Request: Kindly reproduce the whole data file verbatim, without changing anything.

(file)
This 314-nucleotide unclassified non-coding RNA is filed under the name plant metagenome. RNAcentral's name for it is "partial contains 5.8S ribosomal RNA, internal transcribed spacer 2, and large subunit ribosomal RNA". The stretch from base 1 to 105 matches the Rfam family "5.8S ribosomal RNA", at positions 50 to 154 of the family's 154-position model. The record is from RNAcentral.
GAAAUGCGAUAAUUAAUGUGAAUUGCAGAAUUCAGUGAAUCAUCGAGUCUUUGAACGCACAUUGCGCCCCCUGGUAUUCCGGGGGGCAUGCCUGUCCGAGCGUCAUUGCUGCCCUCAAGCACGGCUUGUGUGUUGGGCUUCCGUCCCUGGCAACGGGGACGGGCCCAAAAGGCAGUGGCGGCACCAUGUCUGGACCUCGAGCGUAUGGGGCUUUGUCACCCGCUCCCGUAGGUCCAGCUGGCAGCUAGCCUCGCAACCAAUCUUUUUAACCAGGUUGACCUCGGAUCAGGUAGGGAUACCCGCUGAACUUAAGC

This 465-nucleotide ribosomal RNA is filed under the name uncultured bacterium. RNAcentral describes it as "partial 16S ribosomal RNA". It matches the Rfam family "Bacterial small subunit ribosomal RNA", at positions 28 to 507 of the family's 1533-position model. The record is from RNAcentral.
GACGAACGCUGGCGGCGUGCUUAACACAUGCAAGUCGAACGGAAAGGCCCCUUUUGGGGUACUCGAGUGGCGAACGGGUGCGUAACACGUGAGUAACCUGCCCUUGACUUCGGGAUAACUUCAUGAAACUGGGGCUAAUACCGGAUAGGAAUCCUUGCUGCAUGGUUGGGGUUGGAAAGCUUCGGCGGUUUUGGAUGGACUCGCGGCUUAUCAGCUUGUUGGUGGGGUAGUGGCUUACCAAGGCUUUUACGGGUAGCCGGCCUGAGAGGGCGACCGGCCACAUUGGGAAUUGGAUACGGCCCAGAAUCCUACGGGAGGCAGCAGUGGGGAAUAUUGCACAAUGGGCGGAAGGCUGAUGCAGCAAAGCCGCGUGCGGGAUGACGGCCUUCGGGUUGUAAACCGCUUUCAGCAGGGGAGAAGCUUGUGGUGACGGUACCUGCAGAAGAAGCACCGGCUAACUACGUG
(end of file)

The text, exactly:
This 314-nucleotide unclassified non-coding RNA is filed under the name plant metagenome. RNAcentral's name for it is "partial contains 5.8S ribosomal RNA, internal transcribed spacer 2, and large subunit ribosomal RNA". The stretch from base 1 to 105 matches the Rfam family "5.8S ribosomal RNA", at positions 50 to 154 of the family's 154-position model. The record is from RNAcentral.
GAAAUGCGAUAAUUAAUGUGAAUUGCAGAAUUCAGUGAAUCAUCGAGUCUUUGAACGCACAUUGCGCCCCCUGGUAUUCCGGGGGGCAUGCCUGUCCGAGCGUCAUUGCUGCCCUCAAGCACGGCUUGUGUGUUGGGCUUCCGUCCCUGGCAACGGGGACGGGCCCAAAAGGCAGUGGCGGCACCAUGUCUGGACCUCGAGCGUAUGGGGCUUUGUCACCCGCUCCCGUAGGUCCAGCUGGCAGCUAGCCUCGCAACCAAUCUUUUUAACCAGGUUGACCUCGGAUCAGGUAGGGAUACCCGCUGAACUUAAGC

This 465-nucleotide ribosomal RNA is filed under the name uncultured bacterium. RNAcentral describes it as "partial 16S ribosomal RNA". It matches the Rfam family "Bacterial small subunit ribosomal RNA", at positions 28 to 507 of the family's 1533-position model. The record is from RNAcentral.
GACGAACGCUGGCGGCGUGCUUAACACAUGCAAGUCGAACGGAAAGGCCCCUUUUGGGGUACUCGAGUGGCGAACGGGUGCGUAACACGUGAGUAACCUGCCCUUGACUUCGGGAUAACUUCAUGAAACUGGGGCUAAUACCGGAUAGGAAUCCUUGCUGCAUGGUUGGGGUUGGAAAGCUUCGGCGGUUUUGGAUGGACUCGCGGCUUAUCAGCUUGUUGGUGGGGUAGUGGCUUACCAAGGCUUUUACGGGUAGCCGGCCUGAGAGGGCGACCGGCCACAUUGGGAAUUGGAUACGGCCCAGAAUCCUACGGGAGGCAGCAGUGGGGAAUAUUGCACAAUGGGCGGAAGGCUGAUGCAGCAAAGCCGCGUGCGGGAUGACGGCCUUCGGGUUGUAAACCGCUUUCAGCAGGGGAGAAGCUUGUGGUGACGGUACCUGCAGAAGAAGCACCGGCUAACUACGUG